Thursday, July 8, 2010
In Trying To Cover It's Own Behind, BP Has Lowballed the Amount of Oil ... Which Has Made Everything Worse
The head of the government's flow study group - Ira Leifer - told Dan Froomkin:
The lack of accurate information has taken its toll, he said. If BP had properly understood what was going on 5,000 feet below the surface, it never would have attempted to stop it with a "top hat". And had they realized the pressure from the oil reserves was beyond the threshold for "top kill" they wouldn't have wasted time on that, either. [While BP and the government originally estimated the leak at 1,000 barrels a day, Leifer said that it may be spilling as much as 100,000 barrels a day.]
"We could have effective containment systems available now, if we'd had the measurements," he said.This is unfortunate. Not only did top hat and top kill waste months of time in which BP could have taken effective steps to contain the oil, but top kill probably made the oil spill worse:
BP's most recent efforts to stop the flow of oil have only made the situation worse, says Leifer. The engineers' attempt to seal off the well from above, using a method known as "top kill," failed and only enlarged the borehole, according to Leifer. Now, he adds, there is almost nothing stopping the oil from flowing out of the well.
Moreover, Leifer previously told the Associated Press that the lack of certainty as to the flow rate will make it more difficult to successfully drill relief wells:
Many unknowns about the flow rate and pressure and quantity of oil coming from the well make it difficult to "design and engineer safe oil recovery systems, such as the 'cap,' nor design and engineer ultimate solutions safely such as the relief wells."This is important, as the stakes are high:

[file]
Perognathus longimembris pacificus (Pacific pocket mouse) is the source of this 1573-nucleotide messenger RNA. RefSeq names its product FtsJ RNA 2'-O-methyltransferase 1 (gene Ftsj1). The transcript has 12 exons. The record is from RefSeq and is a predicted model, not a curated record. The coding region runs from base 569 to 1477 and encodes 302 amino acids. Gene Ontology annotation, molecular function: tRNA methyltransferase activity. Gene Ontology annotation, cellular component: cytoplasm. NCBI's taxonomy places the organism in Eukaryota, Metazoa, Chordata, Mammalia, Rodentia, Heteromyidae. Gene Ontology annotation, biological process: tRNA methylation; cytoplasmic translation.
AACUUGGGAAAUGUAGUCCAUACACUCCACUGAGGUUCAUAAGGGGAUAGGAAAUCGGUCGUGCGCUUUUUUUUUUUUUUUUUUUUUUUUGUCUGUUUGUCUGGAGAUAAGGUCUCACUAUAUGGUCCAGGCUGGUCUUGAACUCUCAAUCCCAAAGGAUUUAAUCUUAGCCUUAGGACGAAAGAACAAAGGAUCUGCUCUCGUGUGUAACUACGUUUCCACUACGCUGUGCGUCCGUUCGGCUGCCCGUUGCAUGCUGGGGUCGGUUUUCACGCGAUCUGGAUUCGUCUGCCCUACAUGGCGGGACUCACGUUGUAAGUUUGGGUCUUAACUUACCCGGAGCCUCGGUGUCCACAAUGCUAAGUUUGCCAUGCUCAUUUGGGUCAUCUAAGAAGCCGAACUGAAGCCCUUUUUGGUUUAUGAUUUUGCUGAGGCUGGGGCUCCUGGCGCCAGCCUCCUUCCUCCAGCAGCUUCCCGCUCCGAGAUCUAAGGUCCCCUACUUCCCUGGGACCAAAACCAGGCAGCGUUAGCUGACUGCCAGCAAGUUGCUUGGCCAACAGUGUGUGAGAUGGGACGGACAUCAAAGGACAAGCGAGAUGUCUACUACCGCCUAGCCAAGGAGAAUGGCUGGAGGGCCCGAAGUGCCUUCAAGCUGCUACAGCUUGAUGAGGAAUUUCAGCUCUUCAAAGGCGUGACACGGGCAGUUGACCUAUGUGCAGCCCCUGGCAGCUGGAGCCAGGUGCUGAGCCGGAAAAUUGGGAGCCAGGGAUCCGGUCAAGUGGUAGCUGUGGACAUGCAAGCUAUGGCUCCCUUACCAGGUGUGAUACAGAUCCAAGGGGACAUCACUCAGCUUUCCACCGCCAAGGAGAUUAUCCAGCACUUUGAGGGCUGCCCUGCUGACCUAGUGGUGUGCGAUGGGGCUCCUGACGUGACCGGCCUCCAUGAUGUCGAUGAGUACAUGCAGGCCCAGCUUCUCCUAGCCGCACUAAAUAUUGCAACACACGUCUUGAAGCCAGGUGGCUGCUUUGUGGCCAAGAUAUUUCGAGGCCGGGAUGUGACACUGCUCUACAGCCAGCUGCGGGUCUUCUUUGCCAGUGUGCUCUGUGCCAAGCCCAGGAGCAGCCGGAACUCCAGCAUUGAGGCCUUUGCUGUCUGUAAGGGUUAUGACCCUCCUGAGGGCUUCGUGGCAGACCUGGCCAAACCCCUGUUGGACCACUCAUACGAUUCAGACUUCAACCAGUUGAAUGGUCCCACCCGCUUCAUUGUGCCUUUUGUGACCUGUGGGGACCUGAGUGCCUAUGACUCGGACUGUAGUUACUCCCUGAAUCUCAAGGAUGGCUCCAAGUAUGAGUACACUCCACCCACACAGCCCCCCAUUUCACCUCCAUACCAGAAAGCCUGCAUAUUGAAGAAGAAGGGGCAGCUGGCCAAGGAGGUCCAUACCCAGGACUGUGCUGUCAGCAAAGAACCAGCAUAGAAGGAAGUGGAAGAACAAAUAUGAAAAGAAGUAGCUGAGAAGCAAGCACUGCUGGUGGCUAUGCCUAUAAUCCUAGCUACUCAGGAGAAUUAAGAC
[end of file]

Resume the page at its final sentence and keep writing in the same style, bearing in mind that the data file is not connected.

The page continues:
While BP is pretending that it is difficult to determine the amount and pressure of oil flowing out of the gusher, this is not true. Indeed, BP is actively blocking Leifer and other scientists from making the measurements.
Independent experts warn that relief wells, like any well, are not without risk. "More oil could leak than before, because the field is being drilled into again," says Fred Aminzadeh, a geophysicist at the University of Southern California. Ira Leifer, a geochemist at the University of California in Santa Barbara, voices similar concerns: "In the worst case, we would suddenly be dealing with two spills, and we'd have twice the problem."
Similarly, telling cleanup workers they'll be fired if they use respirators is increasing the toll on human health, and using dispersants to hide the amount of spilled oil is only worsening the long-term damage to marine life.